Gee contradicts himself. On the one hand, he argues that Discourses rely heavily on displaying one’s identity. On the other hand, he also says that they cannot be changed or improve over time. In fact, Gee argues that Discourses must either be learned completely, or not learned at all, he believes that: “someone cannot engage in a Discourse in a less than fully fluent manner. You are either in it or you’re not. Discourses are connected with displays of identity” (9-10). I disagree with Gee because his statement is contradictory. Identities aren’t always fluent, especially in youth. Even with age, there will always be plasticity, as the human brain is always undergoing changes (however small) all of the time.
Though I concede that Gee’s point that joining dominant Discourses without being raised within that Discourse is difficult and can cause tension, I still insist that the reward of joining any Discourse far outweighs the cost. The conflict that Gee describes within minorities and women is possible, as it is in any place where someone dangerously stands out. According to Gee, the “true acquisition of many mainstream Discourses involves, at least while being in them, active complicity with values that conflict with one’s home and community-based Discourses, especially for many women and minorities” (13). I agree that there can be discomfort in fields of people that are generally very different from you, however I don’t believe that it should be a part of the discouragement for those acts. This is because there are plenty of instances where a women or minority makes the space comfortable for themselves. Advertising discomfort for trying activities that are not within your Discourse won’t make people feel any better, but I can acknowledge that it is very difficult.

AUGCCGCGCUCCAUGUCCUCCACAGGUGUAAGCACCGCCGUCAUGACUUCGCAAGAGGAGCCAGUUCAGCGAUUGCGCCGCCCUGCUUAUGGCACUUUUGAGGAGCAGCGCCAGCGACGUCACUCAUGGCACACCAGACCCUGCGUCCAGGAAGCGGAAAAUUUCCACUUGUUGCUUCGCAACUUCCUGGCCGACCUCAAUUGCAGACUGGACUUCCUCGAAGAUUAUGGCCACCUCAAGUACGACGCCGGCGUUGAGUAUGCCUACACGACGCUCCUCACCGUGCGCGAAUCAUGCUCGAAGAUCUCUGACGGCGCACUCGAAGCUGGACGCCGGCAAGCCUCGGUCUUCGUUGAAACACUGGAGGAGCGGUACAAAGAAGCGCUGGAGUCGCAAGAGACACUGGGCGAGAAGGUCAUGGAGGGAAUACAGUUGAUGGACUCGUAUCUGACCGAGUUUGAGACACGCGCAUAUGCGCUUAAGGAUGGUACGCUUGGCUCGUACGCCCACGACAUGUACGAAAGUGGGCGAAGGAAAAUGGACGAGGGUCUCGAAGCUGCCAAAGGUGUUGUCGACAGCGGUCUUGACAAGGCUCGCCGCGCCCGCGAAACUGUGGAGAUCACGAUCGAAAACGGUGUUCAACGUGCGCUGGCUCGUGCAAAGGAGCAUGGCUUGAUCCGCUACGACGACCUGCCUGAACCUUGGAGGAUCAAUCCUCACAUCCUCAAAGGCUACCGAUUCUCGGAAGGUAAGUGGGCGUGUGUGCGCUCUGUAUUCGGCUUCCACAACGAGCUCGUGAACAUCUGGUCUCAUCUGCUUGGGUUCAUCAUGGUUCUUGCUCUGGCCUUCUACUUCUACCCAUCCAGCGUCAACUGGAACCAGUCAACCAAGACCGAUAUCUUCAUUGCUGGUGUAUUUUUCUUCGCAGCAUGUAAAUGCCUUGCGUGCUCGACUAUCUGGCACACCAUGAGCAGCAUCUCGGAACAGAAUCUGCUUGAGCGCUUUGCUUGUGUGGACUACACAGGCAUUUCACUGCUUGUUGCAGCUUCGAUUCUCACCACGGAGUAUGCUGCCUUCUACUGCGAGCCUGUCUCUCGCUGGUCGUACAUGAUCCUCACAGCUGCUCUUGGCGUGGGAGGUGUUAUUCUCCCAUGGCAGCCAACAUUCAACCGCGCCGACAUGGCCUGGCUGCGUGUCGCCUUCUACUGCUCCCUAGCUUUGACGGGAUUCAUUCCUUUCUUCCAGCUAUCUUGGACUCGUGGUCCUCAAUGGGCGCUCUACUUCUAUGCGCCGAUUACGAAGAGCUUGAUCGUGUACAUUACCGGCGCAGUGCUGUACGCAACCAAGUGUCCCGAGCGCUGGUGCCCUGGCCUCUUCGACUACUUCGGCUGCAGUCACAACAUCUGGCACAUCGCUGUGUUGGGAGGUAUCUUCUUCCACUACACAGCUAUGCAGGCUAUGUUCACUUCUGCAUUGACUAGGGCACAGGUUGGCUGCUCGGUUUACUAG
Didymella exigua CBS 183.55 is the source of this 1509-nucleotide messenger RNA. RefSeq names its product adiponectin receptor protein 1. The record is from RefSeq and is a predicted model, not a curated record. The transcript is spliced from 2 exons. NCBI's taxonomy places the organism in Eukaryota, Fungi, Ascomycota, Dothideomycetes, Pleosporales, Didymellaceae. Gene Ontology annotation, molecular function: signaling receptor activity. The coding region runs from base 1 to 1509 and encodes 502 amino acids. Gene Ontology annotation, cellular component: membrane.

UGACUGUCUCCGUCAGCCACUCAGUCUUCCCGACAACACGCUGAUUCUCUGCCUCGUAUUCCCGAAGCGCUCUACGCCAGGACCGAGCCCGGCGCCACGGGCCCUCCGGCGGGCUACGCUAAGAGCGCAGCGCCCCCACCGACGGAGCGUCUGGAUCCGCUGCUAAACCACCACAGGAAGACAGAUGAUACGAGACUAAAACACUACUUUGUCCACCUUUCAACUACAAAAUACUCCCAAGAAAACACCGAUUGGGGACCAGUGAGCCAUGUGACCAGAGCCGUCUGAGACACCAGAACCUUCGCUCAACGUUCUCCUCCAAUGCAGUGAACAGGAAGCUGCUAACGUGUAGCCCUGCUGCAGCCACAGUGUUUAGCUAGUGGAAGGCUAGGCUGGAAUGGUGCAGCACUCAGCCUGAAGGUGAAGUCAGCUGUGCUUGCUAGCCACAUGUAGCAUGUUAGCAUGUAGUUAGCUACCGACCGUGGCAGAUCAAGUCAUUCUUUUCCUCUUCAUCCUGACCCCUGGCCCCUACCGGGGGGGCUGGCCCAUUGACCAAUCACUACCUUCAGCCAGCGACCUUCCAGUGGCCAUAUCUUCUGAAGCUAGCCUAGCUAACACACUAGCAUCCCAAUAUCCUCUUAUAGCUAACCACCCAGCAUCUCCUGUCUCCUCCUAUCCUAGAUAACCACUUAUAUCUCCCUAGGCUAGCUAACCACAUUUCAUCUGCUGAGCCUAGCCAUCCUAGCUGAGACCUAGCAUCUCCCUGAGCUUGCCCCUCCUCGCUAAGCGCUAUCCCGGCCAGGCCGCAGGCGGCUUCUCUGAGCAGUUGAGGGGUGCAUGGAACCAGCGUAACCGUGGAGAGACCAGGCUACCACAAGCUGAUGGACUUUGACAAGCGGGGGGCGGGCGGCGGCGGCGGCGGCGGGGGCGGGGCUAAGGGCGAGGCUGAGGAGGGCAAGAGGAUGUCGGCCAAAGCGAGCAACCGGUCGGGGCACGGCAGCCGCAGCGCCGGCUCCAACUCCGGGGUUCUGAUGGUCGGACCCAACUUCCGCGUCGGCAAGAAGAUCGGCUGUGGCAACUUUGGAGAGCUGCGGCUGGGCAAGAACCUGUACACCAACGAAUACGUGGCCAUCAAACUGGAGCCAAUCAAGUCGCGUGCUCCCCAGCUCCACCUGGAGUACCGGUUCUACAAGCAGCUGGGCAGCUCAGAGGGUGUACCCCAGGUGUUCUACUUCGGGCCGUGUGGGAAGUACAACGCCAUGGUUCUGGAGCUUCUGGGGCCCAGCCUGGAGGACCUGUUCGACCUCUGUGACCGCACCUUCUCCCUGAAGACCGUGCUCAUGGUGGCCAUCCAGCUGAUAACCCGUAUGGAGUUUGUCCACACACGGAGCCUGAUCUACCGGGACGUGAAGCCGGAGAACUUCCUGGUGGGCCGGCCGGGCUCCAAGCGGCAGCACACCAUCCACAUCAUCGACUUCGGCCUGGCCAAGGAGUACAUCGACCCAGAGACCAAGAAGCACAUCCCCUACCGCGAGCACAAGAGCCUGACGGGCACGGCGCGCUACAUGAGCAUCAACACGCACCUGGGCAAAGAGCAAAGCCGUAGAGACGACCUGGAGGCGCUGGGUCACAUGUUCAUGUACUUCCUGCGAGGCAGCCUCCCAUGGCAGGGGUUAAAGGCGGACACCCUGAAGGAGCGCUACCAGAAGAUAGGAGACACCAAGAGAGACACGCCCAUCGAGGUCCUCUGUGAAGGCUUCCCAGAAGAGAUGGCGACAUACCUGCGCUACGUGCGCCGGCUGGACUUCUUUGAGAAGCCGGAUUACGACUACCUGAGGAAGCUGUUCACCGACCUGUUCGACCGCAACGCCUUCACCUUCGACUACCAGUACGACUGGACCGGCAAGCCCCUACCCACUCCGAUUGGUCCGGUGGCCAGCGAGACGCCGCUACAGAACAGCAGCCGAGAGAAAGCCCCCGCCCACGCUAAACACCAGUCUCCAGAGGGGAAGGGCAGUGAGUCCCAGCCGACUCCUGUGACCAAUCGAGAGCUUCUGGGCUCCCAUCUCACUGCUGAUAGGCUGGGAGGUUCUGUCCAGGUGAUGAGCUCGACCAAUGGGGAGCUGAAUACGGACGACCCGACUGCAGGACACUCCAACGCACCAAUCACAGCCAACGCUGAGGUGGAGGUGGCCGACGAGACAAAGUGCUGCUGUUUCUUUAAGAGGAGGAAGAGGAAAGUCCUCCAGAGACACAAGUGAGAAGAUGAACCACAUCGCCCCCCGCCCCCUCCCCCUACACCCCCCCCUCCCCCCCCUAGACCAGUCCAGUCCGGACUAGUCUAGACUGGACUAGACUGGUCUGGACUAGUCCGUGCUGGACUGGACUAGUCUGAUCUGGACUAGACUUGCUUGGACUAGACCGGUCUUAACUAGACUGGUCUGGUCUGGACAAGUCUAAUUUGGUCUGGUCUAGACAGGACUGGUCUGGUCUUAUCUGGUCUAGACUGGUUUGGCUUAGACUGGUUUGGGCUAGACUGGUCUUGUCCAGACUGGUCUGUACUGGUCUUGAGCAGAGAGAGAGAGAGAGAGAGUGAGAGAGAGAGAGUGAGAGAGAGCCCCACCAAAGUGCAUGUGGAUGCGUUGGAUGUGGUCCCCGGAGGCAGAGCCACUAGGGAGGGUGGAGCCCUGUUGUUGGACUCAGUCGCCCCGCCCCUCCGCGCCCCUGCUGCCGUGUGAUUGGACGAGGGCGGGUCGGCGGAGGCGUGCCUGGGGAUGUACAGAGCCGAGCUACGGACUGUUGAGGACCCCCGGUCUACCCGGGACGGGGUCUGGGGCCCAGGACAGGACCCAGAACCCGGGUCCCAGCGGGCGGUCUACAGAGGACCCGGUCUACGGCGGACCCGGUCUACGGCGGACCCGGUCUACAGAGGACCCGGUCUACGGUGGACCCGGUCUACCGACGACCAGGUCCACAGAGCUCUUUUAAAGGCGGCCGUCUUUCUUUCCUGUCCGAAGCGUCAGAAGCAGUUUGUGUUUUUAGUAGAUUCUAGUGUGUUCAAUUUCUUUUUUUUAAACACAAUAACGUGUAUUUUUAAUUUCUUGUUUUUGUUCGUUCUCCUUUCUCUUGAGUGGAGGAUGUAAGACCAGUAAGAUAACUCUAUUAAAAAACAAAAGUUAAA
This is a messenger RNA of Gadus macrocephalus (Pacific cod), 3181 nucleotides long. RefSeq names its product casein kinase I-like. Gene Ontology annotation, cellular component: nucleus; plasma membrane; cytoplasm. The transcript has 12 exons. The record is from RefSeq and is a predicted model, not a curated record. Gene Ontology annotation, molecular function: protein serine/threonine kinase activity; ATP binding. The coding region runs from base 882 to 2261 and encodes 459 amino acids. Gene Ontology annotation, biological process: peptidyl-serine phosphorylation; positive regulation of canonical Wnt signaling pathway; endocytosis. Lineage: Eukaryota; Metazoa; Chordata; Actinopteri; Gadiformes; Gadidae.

I agree with Delpit’s view that individuals have a certain control in the fluid nature of Discourses, a point that needs emphasizing since so many people still believe that Discourses depend entirely on predetermined factors. Delpit, in her paper criticizing Gee, explains how she believes that Discourses can be liberating, even if the Discourses contradict with one’s primary Discourse. She believes that women and minorities have reasoning for going for a dominant Discourse, and that “they know that individuals have the ability to transform dominant discourse for liberatory purposes” (Delpit 552). I agree with Delpit, because the fluidity of Discourses allows the individual to find the ways to make their lives the most liberating. By finding success in their Discourses, even if the dominant Discourse creates conflict, will still improve their livelihood and sense of freedom in their achievements.
Jordan is surely right about the ability to pioneer any subject (even if it goes against one’s Discourse) because, as she may not be aware, recent studies (Delpit) have shown that Discourses have an ability to liberate the participants. Jordan is just one example of the people that have been able to pioneer against the expectations of society. In her account, Jordan explains that, “[she] had never taught anyone Black English and, as far as [she] knew, no one, anywhere in the United States, had ever offered such a course” (365). I agree (not that there’s really some way to disagree with a recollection) with Jordan’s claim because it emphasizes that there will always be a pioneer in a movement. Due to the fluid nature of Discourses there will always be people to go against any natural variation of Discourses, and the world is better for it.